The first major storm of winter is apparently heading our way. Not to get all excited or anything but snow deeper than a tall snail might be in the offing. We wanted to get in a hike before this snowy tsunami arrives. Plan A – Spence Mountain – was shelved because a long hike on a short day ahead of a storm seemed like a sub-optimal idea. Plan B – some explorations at Lower Table Rock – was pulled because dense fog clogged both the valley and the Rock. Plan C – Songer Butte – became a go when we saw sunlight on the traffic camera near it. Plan C also featured the strong selling point of lunch at Caldera Brewing in Ashland. 🤗
For this iteration of the Songer Butte experience, we parked at the Old Greensprings Day Use Area and went counter-clockwise around the butte, snagging the summit along the way.
From the trailhead, we walked south on what used to be part of the Ashland-Klamath Falls Highway built in 1924. Emigrant Lake was created (it’s actually a reservoir) in 1926 and the tiny town of Klamath Junction grew up where the highway met the lake. It was abandoned, and the highway (now Oregon Highway 66) re-routed to its present location, when the lake was doubled in size in 1960. Parts of the 1924 road and a few remains of the town emerge when the lake is very low, as it is now.
After a short road walk, we crossed today’s Highway 66 and continued on a bit more of the old road. A small historical marker let us know that its predecessors had been the Applegate Trail (1846-1869), the first public wagon road (1869-1874), the Southern Oregon wagon road (1874-1919), and that it was one branch of the California Trail.
We reached the Songer Wayside on Highway 66 and found the single-track trail that runs along the east side of the peninsula formed by Songer Butte.
About 2.2 miles (3.5 km) from the trailhead, we came to an unsigned trail junction. We knew from previous hikes that going right (east) here would take us up to Little Songer Butte, so we chose to go left. Doing so took us almost to the saddle west of Little Songer where we encountered a much faded old road going southwest and up. We followed that track, across an abandoned section of irrigation canal, to the saddle north of Songer Butte, and then followed a use trail from there to the top. We passed a convey of hikers from the Ashland Hiking Group who were descending from summit.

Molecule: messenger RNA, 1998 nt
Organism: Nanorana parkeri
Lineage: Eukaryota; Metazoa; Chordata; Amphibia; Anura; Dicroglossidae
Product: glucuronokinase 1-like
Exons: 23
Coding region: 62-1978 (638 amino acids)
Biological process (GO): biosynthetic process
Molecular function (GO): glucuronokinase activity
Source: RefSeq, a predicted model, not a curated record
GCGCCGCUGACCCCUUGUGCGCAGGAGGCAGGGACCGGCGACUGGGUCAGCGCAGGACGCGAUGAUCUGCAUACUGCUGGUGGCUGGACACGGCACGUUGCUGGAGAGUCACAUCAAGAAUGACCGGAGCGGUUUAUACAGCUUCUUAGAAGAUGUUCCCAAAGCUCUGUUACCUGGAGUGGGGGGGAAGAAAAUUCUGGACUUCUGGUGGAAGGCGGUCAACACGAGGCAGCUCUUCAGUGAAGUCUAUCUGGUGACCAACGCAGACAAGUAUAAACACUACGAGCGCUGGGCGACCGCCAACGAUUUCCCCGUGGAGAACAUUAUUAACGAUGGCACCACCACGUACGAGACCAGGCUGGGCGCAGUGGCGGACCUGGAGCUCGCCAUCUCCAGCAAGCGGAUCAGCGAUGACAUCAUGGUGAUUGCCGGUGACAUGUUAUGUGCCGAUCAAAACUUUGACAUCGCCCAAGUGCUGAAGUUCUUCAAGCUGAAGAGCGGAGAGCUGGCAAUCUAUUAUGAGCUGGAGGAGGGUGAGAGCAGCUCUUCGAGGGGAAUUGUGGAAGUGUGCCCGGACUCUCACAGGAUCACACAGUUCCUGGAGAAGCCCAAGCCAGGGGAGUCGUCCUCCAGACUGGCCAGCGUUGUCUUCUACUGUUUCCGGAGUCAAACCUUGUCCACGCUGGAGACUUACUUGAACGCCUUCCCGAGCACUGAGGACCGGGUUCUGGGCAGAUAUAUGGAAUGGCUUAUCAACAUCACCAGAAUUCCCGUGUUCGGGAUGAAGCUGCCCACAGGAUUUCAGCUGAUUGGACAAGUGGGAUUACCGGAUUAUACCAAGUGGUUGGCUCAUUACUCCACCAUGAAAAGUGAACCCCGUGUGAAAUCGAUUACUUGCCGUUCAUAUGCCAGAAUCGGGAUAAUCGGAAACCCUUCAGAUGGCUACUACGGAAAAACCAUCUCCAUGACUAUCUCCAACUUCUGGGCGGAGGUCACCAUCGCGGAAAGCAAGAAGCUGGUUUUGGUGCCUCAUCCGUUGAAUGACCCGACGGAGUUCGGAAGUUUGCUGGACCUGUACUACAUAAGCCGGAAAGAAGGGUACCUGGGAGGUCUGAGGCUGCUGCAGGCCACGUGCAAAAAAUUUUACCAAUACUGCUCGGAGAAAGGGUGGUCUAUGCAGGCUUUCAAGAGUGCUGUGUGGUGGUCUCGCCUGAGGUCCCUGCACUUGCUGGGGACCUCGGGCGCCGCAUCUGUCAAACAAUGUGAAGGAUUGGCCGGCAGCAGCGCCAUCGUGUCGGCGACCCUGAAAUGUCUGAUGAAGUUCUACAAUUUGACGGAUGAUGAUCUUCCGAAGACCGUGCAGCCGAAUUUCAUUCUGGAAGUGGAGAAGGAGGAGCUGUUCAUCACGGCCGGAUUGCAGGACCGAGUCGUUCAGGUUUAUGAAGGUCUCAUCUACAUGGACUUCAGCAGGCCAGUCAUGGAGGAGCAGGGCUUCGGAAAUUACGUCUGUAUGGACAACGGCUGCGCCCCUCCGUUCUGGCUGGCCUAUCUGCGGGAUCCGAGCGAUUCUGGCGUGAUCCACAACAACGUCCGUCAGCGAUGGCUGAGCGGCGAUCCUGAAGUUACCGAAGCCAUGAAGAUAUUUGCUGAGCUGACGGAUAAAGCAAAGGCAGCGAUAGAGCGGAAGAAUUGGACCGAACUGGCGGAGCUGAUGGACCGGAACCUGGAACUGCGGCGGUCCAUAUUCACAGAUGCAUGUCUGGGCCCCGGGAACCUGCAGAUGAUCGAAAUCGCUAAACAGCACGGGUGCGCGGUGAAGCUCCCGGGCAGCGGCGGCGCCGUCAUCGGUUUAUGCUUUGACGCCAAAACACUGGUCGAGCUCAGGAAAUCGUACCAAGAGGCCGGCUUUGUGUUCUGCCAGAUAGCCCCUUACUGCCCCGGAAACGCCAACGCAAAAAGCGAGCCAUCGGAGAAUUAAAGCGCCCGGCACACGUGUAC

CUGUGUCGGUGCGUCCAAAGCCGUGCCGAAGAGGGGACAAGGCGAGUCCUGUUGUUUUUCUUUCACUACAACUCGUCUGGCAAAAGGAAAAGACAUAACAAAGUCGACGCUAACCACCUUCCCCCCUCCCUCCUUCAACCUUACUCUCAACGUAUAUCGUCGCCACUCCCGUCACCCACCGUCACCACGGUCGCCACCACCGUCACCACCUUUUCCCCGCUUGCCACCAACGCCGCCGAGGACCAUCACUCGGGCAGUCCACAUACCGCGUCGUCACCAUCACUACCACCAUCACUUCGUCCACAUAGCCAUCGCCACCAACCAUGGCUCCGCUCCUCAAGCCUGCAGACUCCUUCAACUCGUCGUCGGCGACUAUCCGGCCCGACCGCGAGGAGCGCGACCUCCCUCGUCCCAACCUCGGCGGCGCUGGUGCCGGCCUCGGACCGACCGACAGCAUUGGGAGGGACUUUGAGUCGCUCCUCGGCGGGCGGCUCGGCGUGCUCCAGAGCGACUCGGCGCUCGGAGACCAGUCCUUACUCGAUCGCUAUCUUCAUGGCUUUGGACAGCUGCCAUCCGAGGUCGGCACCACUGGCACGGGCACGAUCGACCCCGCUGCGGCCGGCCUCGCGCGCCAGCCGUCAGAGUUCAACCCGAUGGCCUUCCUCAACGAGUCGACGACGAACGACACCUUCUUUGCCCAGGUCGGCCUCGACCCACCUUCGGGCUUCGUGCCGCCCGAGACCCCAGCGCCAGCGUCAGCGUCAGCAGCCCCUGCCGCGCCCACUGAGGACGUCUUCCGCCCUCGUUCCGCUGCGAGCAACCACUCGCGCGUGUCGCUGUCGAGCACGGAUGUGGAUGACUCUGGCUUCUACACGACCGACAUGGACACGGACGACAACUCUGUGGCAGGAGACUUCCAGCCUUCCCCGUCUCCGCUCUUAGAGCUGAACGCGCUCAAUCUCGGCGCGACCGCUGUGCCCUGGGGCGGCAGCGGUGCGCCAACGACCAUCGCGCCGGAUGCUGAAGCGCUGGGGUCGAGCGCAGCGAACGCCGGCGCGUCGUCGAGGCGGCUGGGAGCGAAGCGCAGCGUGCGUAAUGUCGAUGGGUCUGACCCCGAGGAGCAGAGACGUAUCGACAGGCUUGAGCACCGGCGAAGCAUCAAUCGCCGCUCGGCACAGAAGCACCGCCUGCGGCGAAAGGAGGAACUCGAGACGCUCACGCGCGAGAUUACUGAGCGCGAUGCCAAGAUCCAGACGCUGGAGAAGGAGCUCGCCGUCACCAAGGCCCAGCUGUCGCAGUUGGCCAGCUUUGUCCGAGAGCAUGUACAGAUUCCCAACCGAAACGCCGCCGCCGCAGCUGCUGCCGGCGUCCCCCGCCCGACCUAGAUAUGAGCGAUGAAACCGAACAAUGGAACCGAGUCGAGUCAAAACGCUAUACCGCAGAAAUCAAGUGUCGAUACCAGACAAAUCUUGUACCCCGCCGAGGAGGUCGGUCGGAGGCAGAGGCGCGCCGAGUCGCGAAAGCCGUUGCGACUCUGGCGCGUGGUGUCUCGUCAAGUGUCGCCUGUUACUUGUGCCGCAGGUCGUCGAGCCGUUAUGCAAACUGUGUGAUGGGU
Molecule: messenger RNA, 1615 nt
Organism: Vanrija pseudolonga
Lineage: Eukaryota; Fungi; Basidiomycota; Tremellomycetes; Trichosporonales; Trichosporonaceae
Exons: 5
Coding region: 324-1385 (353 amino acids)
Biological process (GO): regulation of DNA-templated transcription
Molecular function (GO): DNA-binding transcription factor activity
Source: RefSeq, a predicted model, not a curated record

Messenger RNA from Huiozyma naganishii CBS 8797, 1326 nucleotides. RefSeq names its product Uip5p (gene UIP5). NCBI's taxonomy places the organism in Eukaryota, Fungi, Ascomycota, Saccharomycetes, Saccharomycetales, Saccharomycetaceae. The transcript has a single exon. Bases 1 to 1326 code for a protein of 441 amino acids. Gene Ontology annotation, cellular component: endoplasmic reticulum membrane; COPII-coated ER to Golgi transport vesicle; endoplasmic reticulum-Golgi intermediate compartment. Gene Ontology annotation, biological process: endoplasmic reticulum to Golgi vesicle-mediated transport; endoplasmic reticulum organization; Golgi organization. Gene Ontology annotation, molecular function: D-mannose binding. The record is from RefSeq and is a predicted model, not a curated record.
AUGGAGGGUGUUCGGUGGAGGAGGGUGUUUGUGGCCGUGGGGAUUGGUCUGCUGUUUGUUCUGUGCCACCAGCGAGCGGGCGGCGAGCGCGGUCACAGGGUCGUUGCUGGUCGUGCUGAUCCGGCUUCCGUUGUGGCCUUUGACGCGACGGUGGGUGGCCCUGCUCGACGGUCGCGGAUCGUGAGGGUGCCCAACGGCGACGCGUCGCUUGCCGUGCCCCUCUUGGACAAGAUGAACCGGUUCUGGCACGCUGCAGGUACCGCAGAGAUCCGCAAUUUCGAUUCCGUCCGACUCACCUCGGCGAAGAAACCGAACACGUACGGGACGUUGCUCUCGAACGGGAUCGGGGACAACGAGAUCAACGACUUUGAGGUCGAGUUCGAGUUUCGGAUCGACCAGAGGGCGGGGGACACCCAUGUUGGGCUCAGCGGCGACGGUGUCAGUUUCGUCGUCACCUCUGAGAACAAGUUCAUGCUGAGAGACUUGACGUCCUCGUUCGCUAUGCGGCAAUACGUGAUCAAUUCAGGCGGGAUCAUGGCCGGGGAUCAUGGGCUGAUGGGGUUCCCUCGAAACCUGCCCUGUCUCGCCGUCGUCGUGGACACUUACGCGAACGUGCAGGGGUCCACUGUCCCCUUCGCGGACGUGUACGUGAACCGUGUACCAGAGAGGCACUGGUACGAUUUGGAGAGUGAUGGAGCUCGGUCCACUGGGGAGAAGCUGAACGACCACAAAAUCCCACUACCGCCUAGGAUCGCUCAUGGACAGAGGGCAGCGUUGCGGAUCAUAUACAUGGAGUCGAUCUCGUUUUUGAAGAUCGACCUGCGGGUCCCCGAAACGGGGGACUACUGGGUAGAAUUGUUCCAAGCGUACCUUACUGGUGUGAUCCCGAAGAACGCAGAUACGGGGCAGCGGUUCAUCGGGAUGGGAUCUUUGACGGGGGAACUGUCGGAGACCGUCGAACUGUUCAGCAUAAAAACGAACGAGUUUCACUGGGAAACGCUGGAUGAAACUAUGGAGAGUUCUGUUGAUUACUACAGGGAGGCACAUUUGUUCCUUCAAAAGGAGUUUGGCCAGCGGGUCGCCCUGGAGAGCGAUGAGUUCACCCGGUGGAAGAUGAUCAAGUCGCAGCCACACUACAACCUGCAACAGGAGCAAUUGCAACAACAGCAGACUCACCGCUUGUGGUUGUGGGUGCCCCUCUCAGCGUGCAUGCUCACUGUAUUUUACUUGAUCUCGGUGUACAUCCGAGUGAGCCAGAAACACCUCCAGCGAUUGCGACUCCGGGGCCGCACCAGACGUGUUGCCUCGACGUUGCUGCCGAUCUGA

It was nice and sunny 😎 on the summit but we could see that fog still enveloped the valley farther north. So better us here than there.
To get back, we descended to the saddle north of Songer and, instead of taking that old road down, continued on a single-track use trail along the ridge down to the saddle near Little Songer. From there we followed the main use trail along the west side of the peninsula back to the trailhead.
This loop – with summit – came to just 4.8 miles (7.7 km) with 600 feet (183 m) of elevation gain but it was good to get out in the sunshine – which might be in short supply for the next few days. But that’s fine. We need to seriously exchange sunlight for lots of rain and snow now or we’ll be in a world of hurt come summer. So as that old song says: Let it snow, let it snow, let it snow! 😁BACK TO BLOG POSTS
Great! You got it done just ahead of the coming storm!
Thanks for your precise descriptions and directions. I did this hike today and loved it.
LikeLiked by 1 person
Loved the trail photos! And the black and whites brought extra depth.
Between the old highway and Klamath Junction and the lake and the various historic trails and the old irrigation canal, the Songer Peninsula has been a busy place history-wise. 😉
Thank you for taking the time to read our little stories! 😃
Sorry…. Here is the picture of the bench with the broom:
Thank-you again for sharing with us your amazing and prolific hikes. The pictures are breathtaking but the narrative is very much appreciated as well. As I wrote in the past I am sending each new post to a dear hiking friend in Switzerland. She always read each posting with pleasure. We have even started to use among ourselves some of your “language” like “the Love One”! :))
Here she is sending me a picture of her last hike in the Alps telling me “This is not the Love One but my friend Claudia”
And here a picture taken in Celerina where the city provides a broom on each bench to remove the snow before sitting on the bench. I thought you might enjoy this detail! Till we read you again, Cristina Archambault
It’s a route that let’s you walk on a piece of trail history.
Good info. Never made the loop due to hwy 66 but youve found a way to bypass the hwy. Thanks!
You did well with your Plan C hike! And thanks for all the historical information…I had know idea.